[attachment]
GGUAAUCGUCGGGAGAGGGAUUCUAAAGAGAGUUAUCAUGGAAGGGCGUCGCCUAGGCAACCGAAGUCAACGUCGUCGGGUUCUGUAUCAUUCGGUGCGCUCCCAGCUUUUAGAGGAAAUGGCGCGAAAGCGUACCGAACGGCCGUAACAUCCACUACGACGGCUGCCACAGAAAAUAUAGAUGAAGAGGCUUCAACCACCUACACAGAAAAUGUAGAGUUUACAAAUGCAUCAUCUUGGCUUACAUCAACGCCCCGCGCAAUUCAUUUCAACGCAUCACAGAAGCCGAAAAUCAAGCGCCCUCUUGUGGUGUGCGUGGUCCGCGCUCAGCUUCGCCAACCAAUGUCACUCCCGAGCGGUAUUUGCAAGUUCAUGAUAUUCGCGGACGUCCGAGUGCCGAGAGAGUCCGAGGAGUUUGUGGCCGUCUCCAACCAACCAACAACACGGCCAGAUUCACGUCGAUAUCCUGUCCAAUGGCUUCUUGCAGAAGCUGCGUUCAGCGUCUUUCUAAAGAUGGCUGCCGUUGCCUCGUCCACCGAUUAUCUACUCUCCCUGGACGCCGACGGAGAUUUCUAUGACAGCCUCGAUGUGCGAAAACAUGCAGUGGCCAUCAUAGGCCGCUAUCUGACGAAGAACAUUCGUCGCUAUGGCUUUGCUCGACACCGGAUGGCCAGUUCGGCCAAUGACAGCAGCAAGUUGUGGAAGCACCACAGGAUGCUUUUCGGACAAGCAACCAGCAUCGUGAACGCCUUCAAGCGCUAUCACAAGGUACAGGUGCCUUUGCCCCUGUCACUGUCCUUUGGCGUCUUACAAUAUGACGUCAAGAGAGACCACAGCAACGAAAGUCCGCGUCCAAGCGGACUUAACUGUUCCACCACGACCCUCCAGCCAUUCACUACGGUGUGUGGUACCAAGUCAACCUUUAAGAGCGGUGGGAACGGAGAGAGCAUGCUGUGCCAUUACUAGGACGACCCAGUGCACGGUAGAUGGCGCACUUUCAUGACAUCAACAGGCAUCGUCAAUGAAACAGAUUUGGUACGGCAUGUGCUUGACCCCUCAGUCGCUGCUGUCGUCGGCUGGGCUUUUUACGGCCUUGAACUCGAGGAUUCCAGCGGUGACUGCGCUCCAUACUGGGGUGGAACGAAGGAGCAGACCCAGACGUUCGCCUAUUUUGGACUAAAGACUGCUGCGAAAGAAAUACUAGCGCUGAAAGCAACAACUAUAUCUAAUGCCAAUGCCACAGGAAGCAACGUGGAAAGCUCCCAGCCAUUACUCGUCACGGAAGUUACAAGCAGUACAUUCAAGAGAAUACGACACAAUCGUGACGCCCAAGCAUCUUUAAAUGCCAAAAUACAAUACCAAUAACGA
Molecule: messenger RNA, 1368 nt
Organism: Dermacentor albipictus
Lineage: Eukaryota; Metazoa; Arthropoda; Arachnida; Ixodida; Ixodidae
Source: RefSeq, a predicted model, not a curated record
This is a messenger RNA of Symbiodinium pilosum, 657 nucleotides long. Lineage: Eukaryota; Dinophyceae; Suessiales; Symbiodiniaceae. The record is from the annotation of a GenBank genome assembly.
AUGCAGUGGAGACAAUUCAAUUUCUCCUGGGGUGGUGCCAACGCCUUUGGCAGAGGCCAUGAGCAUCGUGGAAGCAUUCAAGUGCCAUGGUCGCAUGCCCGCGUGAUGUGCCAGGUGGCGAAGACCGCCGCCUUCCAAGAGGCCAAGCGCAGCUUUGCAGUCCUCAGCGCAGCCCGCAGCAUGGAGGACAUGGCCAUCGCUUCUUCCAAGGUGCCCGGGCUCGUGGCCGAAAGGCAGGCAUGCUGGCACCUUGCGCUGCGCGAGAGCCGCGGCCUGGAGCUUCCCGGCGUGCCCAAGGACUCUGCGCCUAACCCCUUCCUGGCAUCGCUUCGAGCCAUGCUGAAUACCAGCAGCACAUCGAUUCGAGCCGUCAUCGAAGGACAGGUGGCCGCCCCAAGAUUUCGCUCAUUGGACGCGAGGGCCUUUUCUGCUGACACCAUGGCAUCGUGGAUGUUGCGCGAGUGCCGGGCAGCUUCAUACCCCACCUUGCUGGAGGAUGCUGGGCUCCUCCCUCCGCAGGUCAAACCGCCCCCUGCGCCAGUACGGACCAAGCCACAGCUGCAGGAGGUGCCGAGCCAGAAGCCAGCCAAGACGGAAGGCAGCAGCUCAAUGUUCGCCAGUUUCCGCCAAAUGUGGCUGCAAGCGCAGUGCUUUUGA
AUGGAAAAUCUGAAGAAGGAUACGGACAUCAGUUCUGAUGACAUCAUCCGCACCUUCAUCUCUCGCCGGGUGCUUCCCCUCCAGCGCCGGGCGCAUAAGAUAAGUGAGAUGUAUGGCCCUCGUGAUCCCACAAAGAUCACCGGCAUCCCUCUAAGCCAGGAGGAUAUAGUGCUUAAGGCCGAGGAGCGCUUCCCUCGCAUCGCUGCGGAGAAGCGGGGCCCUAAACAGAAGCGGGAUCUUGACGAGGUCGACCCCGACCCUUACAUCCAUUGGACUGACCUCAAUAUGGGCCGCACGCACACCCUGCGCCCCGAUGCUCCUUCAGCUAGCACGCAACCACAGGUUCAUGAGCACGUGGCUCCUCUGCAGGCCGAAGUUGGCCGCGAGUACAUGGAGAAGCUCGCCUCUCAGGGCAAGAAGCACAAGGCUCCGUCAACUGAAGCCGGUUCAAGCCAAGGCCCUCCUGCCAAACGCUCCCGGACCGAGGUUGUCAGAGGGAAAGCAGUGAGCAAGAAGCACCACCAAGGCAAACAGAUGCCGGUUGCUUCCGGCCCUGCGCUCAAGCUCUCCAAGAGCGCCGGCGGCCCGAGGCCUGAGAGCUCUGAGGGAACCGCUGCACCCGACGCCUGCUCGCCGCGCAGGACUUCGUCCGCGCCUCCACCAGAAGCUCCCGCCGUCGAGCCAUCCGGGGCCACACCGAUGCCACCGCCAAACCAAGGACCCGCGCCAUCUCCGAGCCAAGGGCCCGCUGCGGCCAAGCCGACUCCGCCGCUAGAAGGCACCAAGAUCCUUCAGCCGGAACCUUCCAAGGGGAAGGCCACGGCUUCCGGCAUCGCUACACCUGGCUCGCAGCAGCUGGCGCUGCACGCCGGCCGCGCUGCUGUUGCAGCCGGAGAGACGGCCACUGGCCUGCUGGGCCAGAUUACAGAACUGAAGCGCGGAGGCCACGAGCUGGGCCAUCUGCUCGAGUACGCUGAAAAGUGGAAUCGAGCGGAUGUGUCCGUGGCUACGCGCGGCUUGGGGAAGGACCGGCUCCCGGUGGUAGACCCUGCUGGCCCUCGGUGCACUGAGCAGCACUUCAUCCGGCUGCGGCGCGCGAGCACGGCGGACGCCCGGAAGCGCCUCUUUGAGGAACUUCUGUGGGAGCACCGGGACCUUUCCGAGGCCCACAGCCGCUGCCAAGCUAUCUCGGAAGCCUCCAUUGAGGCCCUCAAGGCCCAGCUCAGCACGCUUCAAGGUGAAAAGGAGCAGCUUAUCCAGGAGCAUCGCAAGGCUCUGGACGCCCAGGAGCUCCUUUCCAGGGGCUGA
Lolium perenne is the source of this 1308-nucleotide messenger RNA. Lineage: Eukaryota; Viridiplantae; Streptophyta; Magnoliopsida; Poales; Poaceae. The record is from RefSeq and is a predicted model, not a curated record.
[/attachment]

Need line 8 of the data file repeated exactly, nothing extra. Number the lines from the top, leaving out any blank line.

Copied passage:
AUGGAAAAUCUGAAGAAGGAUACGGACAUCAGUUCUGAUGACAUCAUCCGCACCUUCAUCUCUCGCCGGGUGCUUCCCCUCCAGCGCCGGGCGCAUAAGAUAAGUGAGAUGUAUGGCCCUCGUGAUCCCACAAAGAUCACCGGCAUCCCUCUAAGCCAGGAGGAUAUAGUGCUUAAGGCCGAGGAGCGCUUCCCUCGCAUCGCUGCGGAGAAGCGGGGCCCUAAACAGAAGCGGGAUCUUGACGAGGUCGACCCCGACCCUUACAUCCAUUGGACUGACCUCAAUAUGGGCCGCACGCACACCCUGCGCCCCGAUGCUCCUUCAGCUAGCACGCAACCACAGGUUCAUGAGCACGUGGCUCCUCUGCAGGCCGAAGUUGGCCGCGAGUACAUGGAGAAGCUCGCCUCUCAGGGCAAGAAGCACAAGGCUCCGUCAACUGAAGCCGGUUCAAGCCAAGGCCCUCCUGCCAAACGCUCCCGGACCGAGGUUGUCAGAGGGAAAGCAGUGAGCAAGAAGCACCACCAAGGCAAACAGAUGCCGGUUGCUUCCGGCCCUGCGCUCAAGCUCUCCAAGAGCGCCGGCGGCCCGAGGCCUGAGAGCUCUGAGGGAACCGCUGCACCCGACGCCUGCUCGCCGCGCAGGACUUCGUCCGCGCCUCCACCAGAAGCUCCCGCCGUCGAGCCAUCCGGGGCCACACCGAUGCCACCGCCAAACCAAGGACCCGCGCCAUCUCCGAGCCAAGGGCCCGCUGCGGCCAAGCCGACUCCGCCGCUAGAAGGCACCAAGAUCCUUCAGCCGGAACCUUCCAAGGGGAAGGCCACGGCUUCCGGCAUCGCUACACCUGGCUCGCAGCAGCUGGCGCUGCACGCCGGCCGCGCUGCUGUUGCAGCCGGAGAGACGGCCACUGGCCUGCUGGGCCAGAUUACAGAACUGAAGCGCGGAGGCCACGAGCUGGGCCAUCUGCUCGAGUACGCUGAAAAGUGGAAUCGAGCGGAUGUGUCCGUGGCUACGCGCGGCUUGGGGAAGGACCGGCUCCCGGUGGUAGACCCUGCUGGCCCUCGGUGCACUGAGCAGCACUUCAUCCGGCUGCGGCGCGCGAGCACGGCGGACGCCCGGAAGCGCCUCUUUGAGGAACUUCUGUGGGAGCACCGGGACCUUUCCGAGGCCCACAGCCGCUGCCAAGCUAUCUCGGAAGCCUCCAUUGAGGCCCUCAAGGCCCAGCUCAGCACGCUUCAAGGUGAAAAGGAGCAGCUUAUCCAGGAGCAUCGCAAGGCUCUGGACGCCCAGGAGCUCCUUUCCAGGGGCUGA